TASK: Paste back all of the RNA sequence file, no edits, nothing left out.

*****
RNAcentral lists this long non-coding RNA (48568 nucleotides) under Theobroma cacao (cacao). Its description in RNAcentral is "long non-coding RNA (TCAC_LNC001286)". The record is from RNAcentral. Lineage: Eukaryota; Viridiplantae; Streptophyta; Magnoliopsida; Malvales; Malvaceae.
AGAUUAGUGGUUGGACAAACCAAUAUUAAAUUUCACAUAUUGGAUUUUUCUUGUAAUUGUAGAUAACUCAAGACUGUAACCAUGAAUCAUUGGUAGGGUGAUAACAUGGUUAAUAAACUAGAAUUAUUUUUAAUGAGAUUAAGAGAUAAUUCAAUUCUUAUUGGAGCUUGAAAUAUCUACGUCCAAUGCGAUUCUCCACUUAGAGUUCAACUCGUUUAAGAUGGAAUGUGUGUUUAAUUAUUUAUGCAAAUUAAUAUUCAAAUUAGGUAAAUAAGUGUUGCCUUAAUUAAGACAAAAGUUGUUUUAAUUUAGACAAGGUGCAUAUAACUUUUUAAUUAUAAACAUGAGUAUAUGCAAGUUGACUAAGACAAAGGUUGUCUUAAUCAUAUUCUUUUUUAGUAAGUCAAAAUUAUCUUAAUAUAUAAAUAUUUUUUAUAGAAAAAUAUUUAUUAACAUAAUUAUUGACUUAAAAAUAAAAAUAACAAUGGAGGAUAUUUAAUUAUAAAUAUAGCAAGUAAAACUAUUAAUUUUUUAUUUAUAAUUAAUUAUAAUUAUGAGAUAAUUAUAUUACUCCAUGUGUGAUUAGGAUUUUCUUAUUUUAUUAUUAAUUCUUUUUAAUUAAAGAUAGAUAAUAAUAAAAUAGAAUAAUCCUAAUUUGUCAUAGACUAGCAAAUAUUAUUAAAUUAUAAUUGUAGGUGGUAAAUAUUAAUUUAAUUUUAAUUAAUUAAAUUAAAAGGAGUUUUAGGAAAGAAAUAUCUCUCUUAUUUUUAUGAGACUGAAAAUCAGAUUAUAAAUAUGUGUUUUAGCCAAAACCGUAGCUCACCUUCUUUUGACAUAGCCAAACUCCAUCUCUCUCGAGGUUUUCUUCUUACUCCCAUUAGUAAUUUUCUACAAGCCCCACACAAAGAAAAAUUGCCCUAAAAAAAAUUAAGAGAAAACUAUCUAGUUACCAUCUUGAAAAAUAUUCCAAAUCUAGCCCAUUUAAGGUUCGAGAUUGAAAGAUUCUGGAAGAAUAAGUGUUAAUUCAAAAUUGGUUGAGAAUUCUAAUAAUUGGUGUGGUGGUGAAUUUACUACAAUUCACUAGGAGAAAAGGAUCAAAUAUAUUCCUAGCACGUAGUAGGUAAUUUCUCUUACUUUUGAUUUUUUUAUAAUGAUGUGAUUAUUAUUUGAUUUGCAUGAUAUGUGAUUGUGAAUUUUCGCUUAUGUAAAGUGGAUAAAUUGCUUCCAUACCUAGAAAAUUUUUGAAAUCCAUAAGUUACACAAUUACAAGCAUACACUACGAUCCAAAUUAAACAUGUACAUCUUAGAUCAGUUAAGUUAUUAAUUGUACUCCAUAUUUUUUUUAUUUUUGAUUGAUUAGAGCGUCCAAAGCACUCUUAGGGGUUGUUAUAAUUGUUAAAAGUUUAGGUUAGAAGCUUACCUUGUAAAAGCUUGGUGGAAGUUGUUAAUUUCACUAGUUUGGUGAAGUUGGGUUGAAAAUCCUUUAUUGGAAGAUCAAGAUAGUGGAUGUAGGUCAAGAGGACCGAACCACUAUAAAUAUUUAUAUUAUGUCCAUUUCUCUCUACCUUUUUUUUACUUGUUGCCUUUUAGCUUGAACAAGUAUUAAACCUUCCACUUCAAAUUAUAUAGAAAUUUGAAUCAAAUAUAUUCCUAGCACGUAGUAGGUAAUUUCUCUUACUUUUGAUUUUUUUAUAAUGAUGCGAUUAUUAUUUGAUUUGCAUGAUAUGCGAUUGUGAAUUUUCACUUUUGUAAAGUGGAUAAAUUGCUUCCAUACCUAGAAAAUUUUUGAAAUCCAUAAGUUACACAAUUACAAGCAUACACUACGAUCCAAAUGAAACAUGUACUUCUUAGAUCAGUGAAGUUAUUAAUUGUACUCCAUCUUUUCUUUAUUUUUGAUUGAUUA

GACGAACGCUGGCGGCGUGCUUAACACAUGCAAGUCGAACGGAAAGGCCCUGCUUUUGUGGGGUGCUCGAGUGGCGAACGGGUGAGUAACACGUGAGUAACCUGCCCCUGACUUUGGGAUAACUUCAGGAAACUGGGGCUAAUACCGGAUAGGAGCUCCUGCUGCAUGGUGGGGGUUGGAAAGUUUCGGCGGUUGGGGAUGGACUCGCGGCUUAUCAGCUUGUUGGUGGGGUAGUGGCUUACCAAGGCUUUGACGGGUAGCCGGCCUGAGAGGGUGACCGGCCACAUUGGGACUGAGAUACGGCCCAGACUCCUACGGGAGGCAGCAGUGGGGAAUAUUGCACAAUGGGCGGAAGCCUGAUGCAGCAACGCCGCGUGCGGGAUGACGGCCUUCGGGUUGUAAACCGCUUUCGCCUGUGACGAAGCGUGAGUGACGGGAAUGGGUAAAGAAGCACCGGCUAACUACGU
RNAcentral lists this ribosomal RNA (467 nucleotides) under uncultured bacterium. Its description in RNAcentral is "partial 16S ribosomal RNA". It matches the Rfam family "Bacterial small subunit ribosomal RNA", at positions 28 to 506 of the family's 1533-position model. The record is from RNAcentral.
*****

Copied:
RNAcentral lists this long non-coding RNA (48568 nucleotides) under Theobroma cacao (cacao). Its description in RNAcentral is "long non-coding RNA (TCAC_LNC001286)". The record is from RNAcentral. Lineage: Eukaryota; Viridiplantae; Streptophyta; Magnoliopsida; Malvales; Malvaceae.
AGAUUAGUGGUUGGACAAACCAAUAUUAAAUUUCACAUAUUGGAUUUUUCUUGUAAUUGUAGAUAACUCAAGACUGUAACCAUGAAUCAUUGGUAGGGUGAUAACAUGGUUAAUAAACUAGAAUUAUUUUUAAUGAGAUUAAGAGAUAAUUCAAUUCUUAUUGGAGCUUGAAAUAUCUACGUCCAAUGCGAUUCUCCACUUAGAGUUCAACUCGUUUAAGAUGGAAUGUGUGUUUAAUUAUUUAUGCAAAUUAAUAUUCAAAUUAGGUAAAUAAGUGUUGCCUUAAUUAAGACAAAAGUUGUUUUAAUUUAGACAAGGUGCAUAUAACUUUUUAAUUAUAAACAUGAGUAUAUGCAAGUUGACUAAGACAAAGGUUGUCUUAAUCAUAUUCUUUUUUAGUAAGUCAAAAUUAUCUUAAUAUAUAAAUAUUUUUUAUAGAAAAAUAUUUAUUAACAUAAUUAUUGACUUAAAAAUAAAAAUAACAAUGGAGGAUAUUUAAUUAUAAAUAUAGCAAGUAAAACUAUUAAUUUUUUAUUUAUAAUUAAUUAUAAUUAUGAGAUAAUUAUAUUACUCCAUGUGUGAUUAGGAUUUUCUUAUUUUAUUAUUAAUUCUUUUUAAUUAAAGAUAGAUAAUAAUAAAAUAGAAUAAUCCUAAUUUGUCAUAGACUAGCAAAUAUUAUUAAAUUAUAAUUGUAGGUGGUAAAUAUUAAUUUAAUUUUAAUUAAUUAAAUUAAAAGGAGUUUUAGGAAAGAAAUAUCUCUCUUAUUUUUAUGAGACUGAAAAUCAGAUUAUAAAUAUGUGUUUUAGCCAAAACCGUAGCUCACCUUCUUUUGACAUAGCCAAACUCCAUCUCUCUCGAGGUUUUCUUCUUACUCCCAUUAGUAAUUUUCUACAAGCCCCACACAAAGAAAAAUUGCCCUAAAAAAAAUUAAGAGAAAACUAUCUAGUUACCAUCUUGAAAAAUAUUCCAAAUCUAGCCCAUUUAAGGUUCGAGAUUGAAAGAUUCUGGAAGAAUAAGUGUUAAUUCAAAAUUGGUUGAGAAUUCUAAUAAUUGGUGUGGUGGUGAAUUUACUACAAUUCACUAGGAGAAAAGGAUCAAAUAUAUUCCUAGCACGUAGUAGGUAAUUUCUCUUACUUUUGAUUUUUUUAUAAUGAUGUGAUUAUUAUUUGAUUUGCAUGAUAUGUGAUUGUGAAUUUUCGCUUAUGUAAAGUGGAUAAAUUGCUUCCAUACCUAGAAAAUUUUUGAAAUCCAUAAGUUACACAAUUACAAGCAUACACUACGAUCCAAAUUAAACAUGUACAUCUUAGAUCAGUUAAGUUAUUAAUUGUACUCCAUAUUUUUUUUAUUUUUGAUUGAUUAGAGCGUCCAAAGCACUCUUAGGGGUUGUUAUAAUUGUUAAAAGUUUAGGUUAGAAGCUUACCUUGUAAAAGCUUGGUGGAAGUUGUUAAUUUCACUAGUUUGGUGAAGUUGGGUUGAAAAUCCUUUAUUGGAAGAUCAAGAUAGUGGAUGUAGGUCAAGAGGACCGAACCACUAUAAAUAUUUAUAUUAUGUCCAUUUCUCUCUACCUUUUUUUUACUUGUUGCCUUUUAGCUUGAACAAGUAUUAAACCUUCCACUUCAAAUUAUAUAGAAAUUUGAAUCAAAUAUAUUCCUAGCACGUAGUAGGUAAUUUCUCUUACUUUUGAUUUUUUUAUAAUGAUGCGAUUAUUAUUUGAUUUGCAUGAUAUGCGAUUGUGAAUUUUCACUUUUGUAAAGUGGAUAAAUUGCUUCCAUACCUAGAAAAUUUUUGAAAUCCAUAAGUUACACAAUUACAAGCAUACACUACGAUCCAAAUGAAACAUGUACUUCUUAGAUCAGUGAAGUUAUUAAUUGUACUCCAUCUUUUCUUUAUUUUUGAUUGAUUA

GACGAACGCUGGCGGCGUGCUUAACACAUGCAAGUCGAACGGAAAGGCCCUGCUUUUGUGGGGUGCUCGAGUGGCGAACGGGUGAGUAACACGUGAGUAACCUGCCCCUGACUUUGGGAUAACUUCAGGAAACUGGGGCUAAUACCGGAUAGGAGCUCCUGCUGCAUGGUGGGGGUUGGAAAGUUUCGGCGGUUGGGGAUGGACUCGCGGCUUAUCAGCUUGUUGGUGGGGUAGUGGCUUACCAAGGCUUUGACGGGUAGCCGGCCUGAGAGGGUGACCGGCCACAUUGGGACUGAGAUACGGCCCAGACUCCUACGGGAGGCAGCAGUGGGGAAUAUUGCACAAUGGGCGGAAGCCUGAUGCAGCAACGCCGCGUGCGGGAUGACGGCCUUCGGGUUGUAAACCGCUUUCGCCUGUGACGAAGCGUGAGUGACGGGAAUGGGUAAAGAAGCACCGGCUAACUACGU
RNAcentral lists this ribosomal RNA (467 nucleotides) under uncultured bacterium. Its description in RNAcentral is "partial 16S ribosomal RNA". It matches the Rfam family "Bacterial small subunit ribosomal RNA", at positions 28 to 506 of the family's 1533-position model. The record is from RNAcentral.